While at first glance Lee’s “dream” would seem more poppy-induced than policy driven, South Korean -U.S. joint maneuvers have war gamed scenarios that envision a North Korean collapse and a subsequent intervention by Washington and Seoul. In August of last year, an 11-day drill involving 56,000 South Koreans and 30,000 Americans—Ulchi Freedom Guardian— practiced exactly that.

According to the Korea Times, Gen. Walter Sharp, commander of U.S. forces in Korea, the exercise was aimed at responding “to various types of internal instability in North Korea,” which is a rather different mission than the one that Panetta was talking about during his Seoul visit.

And the North is not the only target in these exercises.

During a visit to Italy in October, Panetta said, “We’re concerned about China. The most important thing we can do is to project our force into the Pacific—to have our carriers there, to have our fleet there, to be able to make very clear to China that we are going to protect international rights to be able to move across the oceans freely.”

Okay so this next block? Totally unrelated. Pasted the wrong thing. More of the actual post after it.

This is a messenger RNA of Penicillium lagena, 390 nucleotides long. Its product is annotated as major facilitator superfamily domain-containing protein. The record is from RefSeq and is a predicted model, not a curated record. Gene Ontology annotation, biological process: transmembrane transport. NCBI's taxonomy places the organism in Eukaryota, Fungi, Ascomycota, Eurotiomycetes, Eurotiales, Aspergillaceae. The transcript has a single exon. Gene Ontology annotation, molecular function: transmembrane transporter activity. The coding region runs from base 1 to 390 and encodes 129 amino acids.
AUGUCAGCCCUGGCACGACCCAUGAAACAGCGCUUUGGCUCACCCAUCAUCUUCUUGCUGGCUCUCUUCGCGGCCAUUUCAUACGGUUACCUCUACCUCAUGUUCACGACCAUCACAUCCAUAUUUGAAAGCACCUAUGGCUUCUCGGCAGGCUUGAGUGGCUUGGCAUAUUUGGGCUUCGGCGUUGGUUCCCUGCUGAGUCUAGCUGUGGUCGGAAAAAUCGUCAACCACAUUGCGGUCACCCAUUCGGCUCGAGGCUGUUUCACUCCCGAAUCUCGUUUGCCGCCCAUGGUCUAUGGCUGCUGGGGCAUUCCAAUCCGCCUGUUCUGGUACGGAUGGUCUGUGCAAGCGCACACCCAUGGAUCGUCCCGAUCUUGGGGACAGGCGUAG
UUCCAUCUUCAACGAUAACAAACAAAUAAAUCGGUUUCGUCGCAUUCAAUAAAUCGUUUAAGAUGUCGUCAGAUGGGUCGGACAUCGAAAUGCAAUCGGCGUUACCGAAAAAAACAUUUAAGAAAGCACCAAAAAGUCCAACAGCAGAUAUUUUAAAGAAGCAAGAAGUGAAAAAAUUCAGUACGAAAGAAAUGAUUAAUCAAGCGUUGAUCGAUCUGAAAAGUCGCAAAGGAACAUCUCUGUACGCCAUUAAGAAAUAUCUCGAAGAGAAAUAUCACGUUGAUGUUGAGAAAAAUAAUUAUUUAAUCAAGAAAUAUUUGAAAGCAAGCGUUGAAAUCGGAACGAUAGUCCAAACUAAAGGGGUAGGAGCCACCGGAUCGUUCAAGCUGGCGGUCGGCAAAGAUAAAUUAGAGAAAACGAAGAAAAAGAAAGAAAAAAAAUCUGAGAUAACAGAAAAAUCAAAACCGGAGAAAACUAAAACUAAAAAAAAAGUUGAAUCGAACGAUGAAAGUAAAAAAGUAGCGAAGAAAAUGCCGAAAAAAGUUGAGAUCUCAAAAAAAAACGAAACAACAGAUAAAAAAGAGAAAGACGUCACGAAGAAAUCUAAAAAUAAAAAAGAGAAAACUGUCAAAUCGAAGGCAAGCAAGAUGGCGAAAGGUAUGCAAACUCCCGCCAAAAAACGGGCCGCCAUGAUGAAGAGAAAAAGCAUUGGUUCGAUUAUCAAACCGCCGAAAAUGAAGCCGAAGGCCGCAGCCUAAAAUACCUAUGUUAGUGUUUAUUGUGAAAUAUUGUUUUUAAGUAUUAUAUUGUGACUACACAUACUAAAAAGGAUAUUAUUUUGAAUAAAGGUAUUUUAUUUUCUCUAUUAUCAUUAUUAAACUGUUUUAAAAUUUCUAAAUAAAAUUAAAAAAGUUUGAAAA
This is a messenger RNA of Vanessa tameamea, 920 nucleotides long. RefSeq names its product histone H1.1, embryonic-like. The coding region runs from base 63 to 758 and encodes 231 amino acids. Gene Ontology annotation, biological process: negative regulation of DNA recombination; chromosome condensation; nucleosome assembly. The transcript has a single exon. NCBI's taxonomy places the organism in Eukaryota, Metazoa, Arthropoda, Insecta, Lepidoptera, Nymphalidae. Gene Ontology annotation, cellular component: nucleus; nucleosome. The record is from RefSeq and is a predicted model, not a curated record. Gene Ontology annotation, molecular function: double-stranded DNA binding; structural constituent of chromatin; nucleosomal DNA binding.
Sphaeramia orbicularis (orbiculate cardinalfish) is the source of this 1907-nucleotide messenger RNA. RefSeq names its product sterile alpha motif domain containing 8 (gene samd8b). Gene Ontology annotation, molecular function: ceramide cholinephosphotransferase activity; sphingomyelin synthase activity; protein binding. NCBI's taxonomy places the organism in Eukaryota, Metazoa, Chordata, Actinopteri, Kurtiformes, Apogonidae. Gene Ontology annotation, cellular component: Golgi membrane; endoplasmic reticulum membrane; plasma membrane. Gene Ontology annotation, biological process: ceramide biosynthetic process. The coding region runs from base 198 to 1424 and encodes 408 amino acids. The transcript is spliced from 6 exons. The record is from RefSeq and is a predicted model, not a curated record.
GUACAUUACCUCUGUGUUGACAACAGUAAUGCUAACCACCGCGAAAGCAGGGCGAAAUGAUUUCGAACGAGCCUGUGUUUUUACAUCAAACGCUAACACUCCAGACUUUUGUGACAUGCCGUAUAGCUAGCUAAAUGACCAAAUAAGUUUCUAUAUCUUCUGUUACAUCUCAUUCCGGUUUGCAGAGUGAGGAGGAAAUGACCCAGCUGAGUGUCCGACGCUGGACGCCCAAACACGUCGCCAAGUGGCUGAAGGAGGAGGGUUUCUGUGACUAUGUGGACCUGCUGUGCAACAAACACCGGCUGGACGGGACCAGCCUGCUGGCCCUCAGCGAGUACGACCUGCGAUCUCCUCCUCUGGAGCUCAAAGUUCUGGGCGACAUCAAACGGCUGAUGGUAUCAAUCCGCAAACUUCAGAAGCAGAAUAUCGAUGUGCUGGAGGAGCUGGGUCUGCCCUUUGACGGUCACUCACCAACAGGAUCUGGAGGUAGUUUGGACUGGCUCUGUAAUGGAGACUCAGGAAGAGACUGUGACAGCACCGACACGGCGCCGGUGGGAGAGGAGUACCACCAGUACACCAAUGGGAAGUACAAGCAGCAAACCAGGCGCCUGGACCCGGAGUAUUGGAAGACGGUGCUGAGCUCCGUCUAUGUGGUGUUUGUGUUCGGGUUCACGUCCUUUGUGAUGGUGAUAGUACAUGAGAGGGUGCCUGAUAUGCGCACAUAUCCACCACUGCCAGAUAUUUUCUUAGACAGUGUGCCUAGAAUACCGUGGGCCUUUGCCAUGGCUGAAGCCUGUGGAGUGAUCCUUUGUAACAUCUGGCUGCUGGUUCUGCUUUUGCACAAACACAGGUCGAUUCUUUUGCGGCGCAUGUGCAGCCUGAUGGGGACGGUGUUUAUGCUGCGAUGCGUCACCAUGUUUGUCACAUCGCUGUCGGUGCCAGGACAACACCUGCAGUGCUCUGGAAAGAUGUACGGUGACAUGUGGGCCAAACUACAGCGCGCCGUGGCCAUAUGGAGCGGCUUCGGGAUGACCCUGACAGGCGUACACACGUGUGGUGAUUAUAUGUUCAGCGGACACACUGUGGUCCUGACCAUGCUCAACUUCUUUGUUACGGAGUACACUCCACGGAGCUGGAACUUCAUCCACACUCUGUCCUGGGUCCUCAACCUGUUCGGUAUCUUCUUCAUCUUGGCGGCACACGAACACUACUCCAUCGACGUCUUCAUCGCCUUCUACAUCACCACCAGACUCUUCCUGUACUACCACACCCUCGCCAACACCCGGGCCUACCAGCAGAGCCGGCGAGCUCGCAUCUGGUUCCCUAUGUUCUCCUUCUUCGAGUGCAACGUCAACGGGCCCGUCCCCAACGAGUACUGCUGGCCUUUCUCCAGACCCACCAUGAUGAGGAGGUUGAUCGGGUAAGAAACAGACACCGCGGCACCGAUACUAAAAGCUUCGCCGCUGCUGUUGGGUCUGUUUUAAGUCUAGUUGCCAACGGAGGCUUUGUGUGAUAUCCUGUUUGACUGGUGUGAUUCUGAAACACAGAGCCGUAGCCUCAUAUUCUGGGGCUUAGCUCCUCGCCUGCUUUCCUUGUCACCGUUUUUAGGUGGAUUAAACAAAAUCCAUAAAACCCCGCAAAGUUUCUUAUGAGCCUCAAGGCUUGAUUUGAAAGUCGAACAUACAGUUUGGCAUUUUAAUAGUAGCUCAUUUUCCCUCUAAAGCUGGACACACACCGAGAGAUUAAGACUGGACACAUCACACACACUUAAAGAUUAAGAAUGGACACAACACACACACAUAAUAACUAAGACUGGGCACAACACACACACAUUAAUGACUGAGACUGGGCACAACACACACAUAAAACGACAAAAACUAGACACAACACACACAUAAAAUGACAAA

Coincidently, naval forces, with their $5 billion aircraft carriers, numerous support vessels, submarines, and high tech aircraft are expensive, big-ticket items that arms companies are fighting to keep in the military budget.

The month before the Ulchi Freedom Guardian drill, the U.S. and South Korea carried out a major naval exercise in the Sea of Japan and the Yellow Sea that included the aircraft carrier George Washington Certainly China had no illusions about the objective of the war game. “In history, foreign invaders repeatedly took the Yellow Sea as an entrance to enter the heartland of Beijing and Tianjin,” said Maj. Gen. Luo Yuan, deputy secretary general of the Academy of Military Science. “The drill area is only 500 kilometers away from Beijing,” adding a metaphor from Mao that seems to lose something in the translation: “We will never allow others to keep snoring beside our bed.”